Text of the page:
I shall say goodnight till it be morrow 

27 September 2018 tbs.pm/67656

The people who decide on the grammar of television these days get a lot of stick, not least from us. There’s credit squeezes and promos making the programmes late and an unhelpful degree of pre-recording and all that jazz.

But the people who make the grammar of television still love television as much as those behind the presentation styles of the 60s, 70s and 80s did.

 

 

Here, for example, is someone who works in playout for the BBC, and was on duty last night as the BBC Two ‘2’ symbol, first seen in 1991, passed over the horizon. He and his team didn’t let it go without a proper send off that deserves to be recognised.

It’s worth watching the two videos attached in @mumoss’s tweets – his montage is lovely and all the more amazing for having been made from scheduling the elements on the Network Pres server rather than editing. Meanwhile, the BBC Two Northern Ireland version is the opposite: simple and direct. But just as loving to the old identity for the channel.

The 2 is dead. Long live the 2.

Image thanks to Ident Central

You Say

4 responses to this article

Stuart Kenny 28 September 2018 at 8:28 pm

That final video was a proud victory lap for the bladed 2, quite emotional too. On the strength of that video, it’s a wonder they didn’t play The Tourists’ I Only Want to Be with You à la Thames’ final moments in 1992. The 2 went out with it’s head held high and it bowed out with dignity.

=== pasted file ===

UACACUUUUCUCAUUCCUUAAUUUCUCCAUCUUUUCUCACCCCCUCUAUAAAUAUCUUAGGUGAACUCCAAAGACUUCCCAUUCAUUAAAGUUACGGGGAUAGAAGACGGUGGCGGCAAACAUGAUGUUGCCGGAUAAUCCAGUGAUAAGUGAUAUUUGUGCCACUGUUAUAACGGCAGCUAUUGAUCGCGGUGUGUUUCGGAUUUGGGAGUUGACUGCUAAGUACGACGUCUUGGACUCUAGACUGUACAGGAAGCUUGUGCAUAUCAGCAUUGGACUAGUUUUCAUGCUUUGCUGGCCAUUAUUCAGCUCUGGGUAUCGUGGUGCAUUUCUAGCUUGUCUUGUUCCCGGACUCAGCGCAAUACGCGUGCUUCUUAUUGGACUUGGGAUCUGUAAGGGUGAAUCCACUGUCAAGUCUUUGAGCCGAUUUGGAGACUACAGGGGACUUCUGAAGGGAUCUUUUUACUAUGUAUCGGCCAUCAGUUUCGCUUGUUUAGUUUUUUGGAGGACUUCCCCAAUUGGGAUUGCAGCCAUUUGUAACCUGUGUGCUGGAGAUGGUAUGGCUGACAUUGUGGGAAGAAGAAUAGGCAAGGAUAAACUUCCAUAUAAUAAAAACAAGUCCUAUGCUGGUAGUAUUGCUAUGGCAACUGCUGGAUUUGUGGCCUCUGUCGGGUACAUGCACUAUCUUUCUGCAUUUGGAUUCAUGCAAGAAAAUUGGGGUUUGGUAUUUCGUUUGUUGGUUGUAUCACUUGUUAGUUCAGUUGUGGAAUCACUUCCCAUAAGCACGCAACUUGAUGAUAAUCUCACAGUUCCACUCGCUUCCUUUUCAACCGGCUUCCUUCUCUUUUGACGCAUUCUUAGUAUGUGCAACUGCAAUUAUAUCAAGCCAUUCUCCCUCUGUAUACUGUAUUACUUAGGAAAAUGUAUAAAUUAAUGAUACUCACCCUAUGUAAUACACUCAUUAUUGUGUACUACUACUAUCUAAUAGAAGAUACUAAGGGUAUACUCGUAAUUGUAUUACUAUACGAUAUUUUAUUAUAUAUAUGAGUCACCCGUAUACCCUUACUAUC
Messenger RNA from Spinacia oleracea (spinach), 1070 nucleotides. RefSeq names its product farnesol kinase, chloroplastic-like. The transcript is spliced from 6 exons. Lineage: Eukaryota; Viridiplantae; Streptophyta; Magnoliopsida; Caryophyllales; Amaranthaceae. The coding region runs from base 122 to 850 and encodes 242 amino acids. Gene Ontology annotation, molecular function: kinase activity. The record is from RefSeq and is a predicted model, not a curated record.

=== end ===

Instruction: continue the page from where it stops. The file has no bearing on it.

Mrs Sloane, Your Grade School English Teacher 28 September 2018 at 8:54 pm

Talking of grammar, the most fundamental verb of any language is the verb “to be”.

In English to be grammatically correct, this irregular verb has the very simple rule that it requires its person and number (singular or plural) to match the number of nouns following the predicate.

So in the statement

“There’s credit squeezes and promos”

both “squeezes” and “promos” are plural (and in combination are more than one) so the person of the verb must also be plural — not “is”, but “are”.

For more help see the page “there-is-Huge-Grammatical-Mistake” at the site www grammar com

If in doubt, drop the informal shortened form (apostrophe s) and consider the properly written full “there is” vs “there are” to be your guide as to which is grammatically correct.

Russ J Graham 28 September 2018 at 11:26 pm

Hi Mrs Sloane!

This site is provided to you for free. Nobody here is paid to work for it. You get to visit it and read it all for no payment whatsoever! Isn’t that great?

And all you’ve got to say is… your enjoyment was spoiled by a disputed point of English and you hope the person who wrote this now feels awful in every way for presenting something he wasn’t paid to do for you to look at for free.

No offence, Mrs Sloane, but… go fuck yourself, you patronising bitch.

Love you. x x

Jeremy Rogers 29 September 2018 at 8:46 am

As the Cambridge University Press “English Grammar Today” says:

“In speaking and in some informal writing, we use there’s even when it refers to more than one.”

This is informal writing.

Bad luck Mrs Sloane, try again and maybe in the mean time try to get a bit more up to date with current usage in the United Kingdom.

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